The engine lubricating circuit 600 comprises an oil pump 605 that draws lubricating oil from an oil sump 610 and delivers it under pressure through a plurality of lubricating channels 615 internally defined by the engine block 120 and/or by the cylinder head 130, and an oil cooler 620 for cooling down the oil, once it has passed through the lubricating channels 615 and before it returns to the oil sump 610. Also in this case, those skilled in the art will recognize that the lubricating channels 615, simply schematized as a single channel in the accompanying figures, are actually configured to define a much more complicate circuit within the engine block 120 and the cylinder head 130. In particular, the lubricating channels 615 usually include a main oil gallery internally defined by the engine block 120, whence the lubricating oil is directed towards a plurality of exit holes for lubricating many movable components of the ICE 110, before returning in the oil sump 610. These ICE movable components include, but are not limited to, crankshaft bearings (main bearings and big-end bearings), camshaft bearings operating the valves, tappets and the like.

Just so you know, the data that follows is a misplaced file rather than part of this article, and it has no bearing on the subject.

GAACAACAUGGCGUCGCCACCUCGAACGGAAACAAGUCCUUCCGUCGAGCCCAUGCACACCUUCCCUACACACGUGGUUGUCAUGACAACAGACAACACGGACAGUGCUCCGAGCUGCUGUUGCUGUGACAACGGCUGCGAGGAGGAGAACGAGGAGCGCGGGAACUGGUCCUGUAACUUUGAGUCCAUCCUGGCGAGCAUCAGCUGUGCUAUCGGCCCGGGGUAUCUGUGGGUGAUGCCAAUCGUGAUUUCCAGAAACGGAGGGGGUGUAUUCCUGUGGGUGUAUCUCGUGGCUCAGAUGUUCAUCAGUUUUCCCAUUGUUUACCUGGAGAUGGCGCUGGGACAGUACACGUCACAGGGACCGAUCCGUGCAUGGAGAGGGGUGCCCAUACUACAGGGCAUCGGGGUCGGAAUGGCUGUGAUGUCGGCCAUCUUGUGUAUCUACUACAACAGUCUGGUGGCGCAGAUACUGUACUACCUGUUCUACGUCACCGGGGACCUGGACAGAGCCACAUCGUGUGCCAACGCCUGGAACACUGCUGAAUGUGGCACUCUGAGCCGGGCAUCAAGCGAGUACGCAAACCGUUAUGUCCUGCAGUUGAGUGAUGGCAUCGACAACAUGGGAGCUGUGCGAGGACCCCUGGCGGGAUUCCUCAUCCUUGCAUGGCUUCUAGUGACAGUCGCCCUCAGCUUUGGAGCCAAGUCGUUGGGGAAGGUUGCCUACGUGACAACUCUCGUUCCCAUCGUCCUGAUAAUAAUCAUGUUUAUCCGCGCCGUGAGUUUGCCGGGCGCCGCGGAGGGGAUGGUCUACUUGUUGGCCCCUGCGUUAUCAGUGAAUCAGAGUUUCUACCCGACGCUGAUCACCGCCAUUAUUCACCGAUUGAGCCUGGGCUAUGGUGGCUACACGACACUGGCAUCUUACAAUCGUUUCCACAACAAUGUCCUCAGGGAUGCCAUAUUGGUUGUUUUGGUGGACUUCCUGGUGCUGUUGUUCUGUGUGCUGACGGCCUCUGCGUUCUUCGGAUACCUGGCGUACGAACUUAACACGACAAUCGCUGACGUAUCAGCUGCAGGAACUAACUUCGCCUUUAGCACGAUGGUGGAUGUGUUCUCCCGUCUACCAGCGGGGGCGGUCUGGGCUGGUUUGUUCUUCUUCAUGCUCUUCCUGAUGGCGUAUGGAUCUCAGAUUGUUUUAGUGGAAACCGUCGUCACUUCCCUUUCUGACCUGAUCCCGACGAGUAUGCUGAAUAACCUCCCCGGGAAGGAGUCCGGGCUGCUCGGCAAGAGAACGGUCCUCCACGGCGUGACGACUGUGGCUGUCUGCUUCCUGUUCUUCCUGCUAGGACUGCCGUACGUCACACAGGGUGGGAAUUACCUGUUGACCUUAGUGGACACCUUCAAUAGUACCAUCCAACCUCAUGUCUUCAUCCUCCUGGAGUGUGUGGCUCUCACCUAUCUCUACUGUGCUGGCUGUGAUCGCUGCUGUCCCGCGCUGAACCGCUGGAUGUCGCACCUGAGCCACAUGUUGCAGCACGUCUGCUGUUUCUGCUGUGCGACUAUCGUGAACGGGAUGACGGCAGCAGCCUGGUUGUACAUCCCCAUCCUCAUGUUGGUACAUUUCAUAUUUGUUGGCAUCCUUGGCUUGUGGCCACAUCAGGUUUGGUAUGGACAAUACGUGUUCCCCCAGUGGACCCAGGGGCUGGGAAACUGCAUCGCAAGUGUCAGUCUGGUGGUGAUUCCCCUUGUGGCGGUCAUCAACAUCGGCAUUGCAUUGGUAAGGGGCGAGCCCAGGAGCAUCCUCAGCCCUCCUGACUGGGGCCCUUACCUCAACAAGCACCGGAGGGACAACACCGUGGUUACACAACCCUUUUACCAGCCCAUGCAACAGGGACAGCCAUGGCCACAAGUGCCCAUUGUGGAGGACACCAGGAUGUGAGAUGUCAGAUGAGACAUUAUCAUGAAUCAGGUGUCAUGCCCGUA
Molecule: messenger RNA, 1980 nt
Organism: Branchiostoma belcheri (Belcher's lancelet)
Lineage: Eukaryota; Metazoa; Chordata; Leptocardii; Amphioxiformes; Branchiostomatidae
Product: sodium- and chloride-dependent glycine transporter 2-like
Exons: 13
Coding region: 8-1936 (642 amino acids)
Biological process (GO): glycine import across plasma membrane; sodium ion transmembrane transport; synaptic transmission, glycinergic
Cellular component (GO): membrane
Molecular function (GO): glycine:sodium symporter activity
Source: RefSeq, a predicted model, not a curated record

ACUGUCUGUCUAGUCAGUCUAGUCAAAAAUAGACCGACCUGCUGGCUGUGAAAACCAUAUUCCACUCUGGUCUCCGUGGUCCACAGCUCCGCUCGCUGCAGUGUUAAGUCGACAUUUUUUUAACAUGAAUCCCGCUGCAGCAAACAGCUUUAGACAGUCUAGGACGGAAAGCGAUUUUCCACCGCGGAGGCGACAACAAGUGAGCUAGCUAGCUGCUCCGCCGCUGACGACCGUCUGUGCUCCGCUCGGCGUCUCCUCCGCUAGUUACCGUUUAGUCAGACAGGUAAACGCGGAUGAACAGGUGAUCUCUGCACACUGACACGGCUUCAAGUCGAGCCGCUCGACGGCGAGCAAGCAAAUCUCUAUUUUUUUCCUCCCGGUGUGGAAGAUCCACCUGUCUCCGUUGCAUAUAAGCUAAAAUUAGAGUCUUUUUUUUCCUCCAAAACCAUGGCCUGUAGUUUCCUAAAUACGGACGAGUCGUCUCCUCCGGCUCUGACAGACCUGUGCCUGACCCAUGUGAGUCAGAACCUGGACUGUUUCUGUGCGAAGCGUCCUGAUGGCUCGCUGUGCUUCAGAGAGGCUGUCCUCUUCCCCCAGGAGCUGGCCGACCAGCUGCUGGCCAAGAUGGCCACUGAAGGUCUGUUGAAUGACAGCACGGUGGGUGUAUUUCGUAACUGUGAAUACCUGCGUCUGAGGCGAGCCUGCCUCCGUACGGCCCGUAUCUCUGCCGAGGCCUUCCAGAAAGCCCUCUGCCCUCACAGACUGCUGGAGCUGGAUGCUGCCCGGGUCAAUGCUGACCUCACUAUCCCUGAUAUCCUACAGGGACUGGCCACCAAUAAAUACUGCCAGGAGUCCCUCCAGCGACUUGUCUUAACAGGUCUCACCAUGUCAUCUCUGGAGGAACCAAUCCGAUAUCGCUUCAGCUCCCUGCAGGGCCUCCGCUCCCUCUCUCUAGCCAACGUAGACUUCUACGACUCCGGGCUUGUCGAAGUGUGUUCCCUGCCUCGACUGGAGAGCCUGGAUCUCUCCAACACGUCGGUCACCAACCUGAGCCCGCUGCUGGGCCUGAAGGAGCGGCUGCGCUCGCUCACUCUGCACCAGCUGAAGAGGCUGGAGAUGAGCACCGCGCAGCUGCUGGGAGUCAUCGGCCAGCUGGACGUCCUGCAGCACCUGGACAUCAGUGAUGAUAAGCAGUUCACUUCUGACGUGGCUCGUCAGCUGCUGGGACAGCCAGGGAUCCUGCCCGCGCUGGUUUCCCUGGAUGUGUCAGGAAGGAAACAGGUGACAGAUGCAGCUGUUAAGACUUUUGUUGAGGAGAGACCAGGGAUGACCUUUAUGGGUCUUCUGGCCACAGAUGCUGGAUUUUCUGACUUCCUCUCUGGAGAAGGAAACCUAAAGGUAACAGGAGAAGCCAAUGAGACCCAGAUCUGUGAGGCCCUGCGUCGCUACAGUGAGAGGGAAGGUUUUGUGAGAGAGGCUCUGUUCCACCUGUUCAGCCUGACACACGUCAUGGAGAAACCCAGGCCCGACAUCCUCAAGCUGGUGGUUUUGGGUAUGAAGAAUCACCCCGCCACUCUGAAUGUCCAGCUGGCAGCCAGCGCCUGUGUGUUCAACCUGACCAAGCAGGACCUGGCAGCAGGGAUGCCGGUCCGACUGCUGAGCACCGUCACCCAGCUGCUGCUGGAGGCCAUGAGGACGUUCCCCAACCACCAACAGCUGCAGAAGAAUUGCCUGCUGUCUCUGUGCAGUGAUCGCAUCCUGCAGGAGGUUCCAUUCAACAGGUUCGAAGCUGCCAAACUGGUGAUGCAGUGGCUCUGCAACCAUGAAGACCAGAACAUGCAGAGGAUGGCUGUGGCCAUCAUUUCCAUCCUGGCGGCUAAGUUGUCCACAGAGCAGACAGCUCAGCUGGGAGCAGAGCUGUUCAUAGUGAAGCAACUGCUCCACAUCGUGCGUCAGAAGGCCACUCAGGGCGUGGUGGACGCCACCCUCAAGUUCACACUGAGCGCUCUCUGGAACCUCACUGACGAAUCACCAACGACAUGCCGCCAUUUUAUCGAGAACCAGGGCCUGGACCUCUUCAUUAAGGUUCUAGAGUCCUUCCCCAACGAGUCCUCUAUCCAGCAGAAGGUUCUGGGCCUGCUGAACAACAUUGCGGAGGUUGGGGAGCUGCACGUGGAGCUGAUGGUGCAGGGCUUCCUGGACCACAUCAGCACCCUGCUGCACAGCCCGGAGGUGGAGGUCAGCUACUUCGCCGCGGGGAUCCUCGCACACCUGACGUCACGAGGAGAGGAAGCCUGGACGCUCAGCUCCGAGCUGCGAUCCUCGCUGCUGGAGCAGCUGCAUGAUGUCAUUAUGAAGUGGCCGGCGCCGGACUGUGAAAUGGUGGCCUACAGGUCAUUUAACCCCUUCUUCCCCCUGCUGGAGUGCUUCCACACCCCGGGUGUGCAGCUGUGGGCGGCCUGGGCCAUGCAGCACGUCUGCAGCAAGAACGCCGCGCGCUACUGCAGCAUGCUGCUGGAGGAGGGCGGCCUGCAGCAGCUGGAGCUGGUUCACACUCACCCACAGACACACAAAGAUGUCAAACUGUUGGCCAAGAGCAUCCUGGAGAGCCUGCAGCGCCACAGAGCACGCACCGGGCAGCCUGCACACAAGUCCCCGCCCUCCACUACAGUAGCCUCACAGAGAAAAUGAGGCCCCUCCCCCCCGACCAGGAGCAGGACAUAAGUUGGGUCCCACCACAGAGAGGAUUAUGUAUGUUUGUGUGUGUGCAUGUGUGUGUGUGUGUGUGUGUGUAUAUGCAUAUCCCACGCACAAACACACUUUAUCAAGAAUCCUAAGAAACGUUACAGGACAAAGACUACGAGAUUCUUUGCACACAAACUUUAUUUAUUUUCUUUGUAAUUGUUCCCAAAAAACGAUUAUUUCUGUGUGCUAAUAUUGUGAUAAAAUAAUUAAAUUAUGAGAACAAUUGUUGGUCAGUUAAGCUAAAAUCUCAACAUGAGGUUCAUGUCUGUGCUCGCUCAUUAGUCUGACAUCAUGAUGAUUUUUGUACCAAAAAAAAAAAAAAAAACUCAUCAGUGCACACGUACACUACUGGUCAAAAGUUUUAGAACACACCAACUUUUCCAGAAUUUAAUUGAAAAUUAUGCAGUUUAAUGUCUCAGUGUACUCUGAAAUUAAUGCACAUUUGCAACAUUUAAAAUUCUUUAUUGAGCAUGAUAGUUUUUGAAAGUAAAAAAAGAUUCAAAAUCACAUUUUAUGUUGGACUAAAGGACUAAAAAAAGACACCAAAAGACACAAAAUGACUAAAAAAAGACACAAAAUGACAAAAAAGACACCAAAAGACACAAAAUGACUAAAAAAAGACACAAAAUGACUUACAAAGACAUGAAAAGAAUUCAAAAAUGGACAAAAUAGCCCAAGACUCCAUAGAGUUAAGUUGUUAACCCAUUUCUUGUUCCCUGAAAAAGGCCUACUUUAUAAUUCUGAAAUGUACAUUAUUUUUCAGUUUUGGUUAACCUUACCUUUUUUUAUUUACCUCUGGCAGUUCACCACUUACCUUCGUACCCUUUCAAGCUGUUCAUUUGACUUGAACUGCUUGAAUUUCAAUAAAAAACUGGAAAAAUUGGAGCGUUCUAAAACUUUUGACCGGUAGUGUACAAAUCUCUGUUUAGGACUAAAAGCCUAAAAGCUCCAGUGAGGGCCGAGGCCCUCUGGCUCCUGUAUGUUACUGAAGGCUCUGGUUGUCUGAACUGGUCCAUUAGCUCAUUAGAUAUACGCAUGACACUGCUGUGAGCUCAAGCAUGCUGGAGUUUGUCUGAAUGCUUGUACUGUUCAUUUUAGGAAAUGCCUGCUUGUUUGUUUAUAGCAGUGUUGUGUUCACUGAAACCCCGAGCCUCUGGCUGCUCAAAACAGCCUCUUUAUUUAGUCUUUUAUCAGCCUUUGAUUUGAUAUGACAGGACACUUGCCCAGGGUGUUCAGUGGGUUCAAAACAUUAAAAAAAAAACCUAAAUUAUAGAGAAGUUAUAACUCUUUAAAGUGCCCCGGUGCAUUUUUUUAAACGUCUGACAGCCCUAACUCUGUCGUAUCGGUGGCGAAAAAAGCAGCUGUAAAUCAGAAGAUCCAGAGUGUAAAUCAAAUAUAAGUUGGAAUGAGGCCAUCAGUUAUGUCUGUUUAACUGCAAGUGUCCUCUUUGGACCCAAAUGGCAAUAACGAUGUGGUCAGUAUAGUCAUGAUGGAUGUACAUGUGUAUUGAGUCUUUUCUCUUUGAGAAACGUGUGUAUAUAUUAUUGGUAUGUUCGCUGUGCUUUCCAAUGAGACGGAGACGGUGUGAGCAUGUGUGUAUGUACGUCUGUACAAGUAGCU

Turning now to the turbocharger 230, this device schematically comprises a bearing housing 231, which may be formed as an aluminum or iron casting. The bearing housing 231 internally defines a substantially cylindrical chamber 232, which coaxially accommodates a rotating shaft 233 and the bearings 234 thereof. Hereafter, the rotating shaft 233 will be simply referred as turbocharger shaft. The opposite ends of the turbocharger shaft 233 jut out from the bearing housing 231. A turbine wheel 251 is fixed to one end of the turbocharger shaft 233, whereas the opposite end carries a compressor wheel 241. The turbine wheel 251 is accommodated within a turbine housing 252, thereby forming the turbocharger assembly 250. The compressor wheel 241 is accommodated within a compressor housing 242, thereby forming the turbocharger compressor 240. The turbine housing 252 and the compressor housing 242 may be formed from stainless steel or cast aluminum and may be fastened at the opposite side of the bearing housing 231 using conventional fastening techniques, such as threaded fasteners. The turbine housing 252 comprises a radial inlet 253 in fluid communication with the exhaust outlet 228 of the exhaust manifold 225, and an axial outlet 254 in fluid communication with the exhaust pipe 275 upstream of the aftertreatment devices 280. The compressor housing 242 comprises an axial inlet 243 in fluid communication with the intake pipe 205 and a radial outlet 244 in fluid communication with the intake manifold 200 upstream of the intercooler 260. In this way, the exhaust gases coming from the ICE 110 expand into the turbine housing 252 and set the turbine wheel 251 in rotation. The rotation of the turbine wheel 251 is transmitted to the compressor wheel 241 by the turbocharger shaft 233. The air coming from the intake pipe 205 is compressed within the compressor housing 242 by the rotation of the compressor wheel 241, and distributed under pressure to the intake manifold 200. In some embodiments the turbine housing 252 may be equipped with a series of vanes (not shown) that directs the exhaust gases from the radial inlet 253 towards the turbine wheel 251. An actuator may be provided for moving these vanes, to form a variable geometry turbine (VGT). In other embodiments, the turbocharger assembly 250 may be of fixed geometry and/or include a waste gate.